Vincent remained at Hornchurch for sometime, managing to get himself in trouble on a few occasions for absence without leave and drunkeness.  The punishments were simply forfeiture of a total of three days pay for two separate offenses. 

 By July of that year, he was still in England at the Codford Camp, detailed for mess orderly duty, but in August he found himself back in the 3rd General Hospital at Codford for VD.  Discharged in October and then readitted, he finally went back to duty in November, being attached to the Strength Depot, and in January, marched out to Sling Camp in Wiltshire.

 Codford Camp 

Codford Camp

National Library of Australia. Public Domain


Bulford Camp postcard 

Sling Camp. The giant Kiwi was not created until after the armistace to give restless soldiers something to do.  Public Domain


It would not be until April that he returned to France, marching into Etaples on the 17th and joining his battalion in the field May 19th.  By mid-August, he had fallen ill, and once again found himself in a casualty clearing station, this time rejoining his unit September 19.  It is unknown what engagements if any he participated in over the next two months, but with the signing of the armistice on Nov 11, 1918, the war was over.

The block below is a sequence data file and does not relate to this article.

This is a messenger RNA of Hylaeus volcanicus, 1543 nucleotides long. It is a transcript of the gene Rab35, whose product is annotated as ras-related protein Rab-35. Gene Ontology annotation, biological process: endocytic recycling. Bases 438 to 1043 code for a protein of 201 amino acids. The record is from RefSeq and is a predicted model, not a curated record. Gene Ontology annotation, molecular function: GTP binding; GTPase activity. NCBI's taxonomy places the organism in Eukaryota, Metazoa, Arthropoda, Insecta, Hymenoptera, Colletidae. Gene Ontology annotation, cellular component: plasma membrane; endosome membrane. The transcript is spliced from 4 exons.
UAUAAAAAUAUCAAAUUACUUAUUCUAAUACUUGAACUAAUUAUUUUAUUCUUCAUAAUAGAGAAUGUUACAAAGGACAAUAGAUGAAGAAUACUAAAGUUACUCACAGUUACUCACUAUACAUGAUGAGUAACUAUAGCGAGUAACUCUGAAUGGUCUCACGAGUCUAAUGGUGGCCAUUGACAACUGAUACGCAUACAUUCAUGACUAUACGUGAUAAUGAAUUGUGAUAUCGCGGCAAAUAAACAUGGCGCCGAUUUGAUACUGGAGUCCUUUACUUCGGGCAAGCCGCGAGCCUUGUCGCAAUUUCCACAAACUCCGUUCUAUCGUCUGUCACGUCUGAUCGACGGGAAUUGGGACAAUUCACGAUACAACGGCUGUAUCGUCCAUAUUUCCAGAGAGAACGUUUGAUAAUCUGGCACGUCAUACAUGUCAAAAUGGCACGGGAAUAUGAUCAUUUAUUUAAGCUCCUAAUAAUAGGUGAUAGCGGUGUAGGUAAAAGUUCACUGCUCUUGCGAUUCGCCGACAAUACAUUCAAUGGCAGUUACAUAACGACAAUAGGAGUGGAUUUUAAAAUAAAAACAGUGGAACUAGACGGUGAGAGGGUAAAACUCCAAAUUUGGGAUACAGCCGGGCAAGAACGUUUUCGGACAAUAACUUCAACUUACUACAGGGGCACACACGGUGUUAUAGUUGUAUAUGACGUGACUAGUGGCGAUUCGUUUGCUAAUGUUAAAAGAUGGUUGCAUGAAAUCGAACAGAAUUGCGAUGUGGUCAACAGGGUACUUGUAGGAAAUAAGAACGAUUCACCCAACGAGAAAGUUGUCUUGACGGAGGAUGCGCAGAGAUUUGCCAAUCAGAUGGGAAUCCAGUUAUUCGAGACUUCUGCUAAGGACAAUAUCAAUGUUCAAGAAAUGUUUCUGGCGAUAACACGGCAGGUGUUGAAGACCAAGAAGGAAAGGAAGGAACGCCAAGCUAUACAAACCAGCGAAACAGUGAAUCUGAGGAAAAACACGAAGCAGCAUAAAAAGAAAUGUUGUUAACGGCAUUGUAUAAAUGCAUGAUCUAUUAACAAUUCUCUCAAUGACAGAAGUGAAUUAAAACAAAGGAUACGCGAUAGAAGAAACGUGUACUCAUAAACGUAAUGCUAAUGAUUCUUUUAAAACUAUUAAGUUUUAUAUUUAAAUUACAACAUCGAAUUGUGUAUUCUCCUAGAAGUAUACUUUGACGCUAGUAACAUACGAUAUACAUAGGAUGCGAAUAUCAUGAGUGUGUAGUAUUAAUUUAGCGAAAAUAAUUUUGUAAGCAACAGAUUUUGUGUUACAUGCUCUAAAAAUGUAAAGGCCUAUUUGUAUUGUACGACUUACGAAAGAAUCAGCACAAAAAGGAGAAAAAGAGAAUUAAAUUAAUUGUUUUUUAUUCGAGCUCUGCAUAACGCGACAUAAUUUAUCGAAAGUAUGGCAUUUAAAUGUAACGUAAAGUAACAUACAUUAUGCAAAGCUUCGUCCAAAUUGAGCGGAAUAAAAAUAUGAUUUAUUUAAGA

Vincent would not be discharged until February, and it would June before he sailed for home, arriving on the 28th of July 1919, and then returning to Dunedin. 


It is unclear what Vincent’s activities in the decade after the war, but his name appears on the 1925 Electoral Rolls for Rotorua and then in 1928 in the Bay of Plenty. He had secured work on the NZ railways, and was employed with them for at least the next two decades in various parts of the country.  In 1935, he is back in Dunedin with his wife Margaret Stewart Grey, whom he married on the 30th December 1932.  He appears again in 1954 in the Avon, Canterbury rolls, now listed as an engine driver. It appears he continued in this profession up to his retirement.


Reginald Vincent passed away on November 25, 1974 in Christchurch and is buried in Bromley Cemetary (block 5, plot 469). 

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Reginald Vincent

First Names:Reginald Cuthbert
Last Name:Vincent
Place of Birth:Christchurch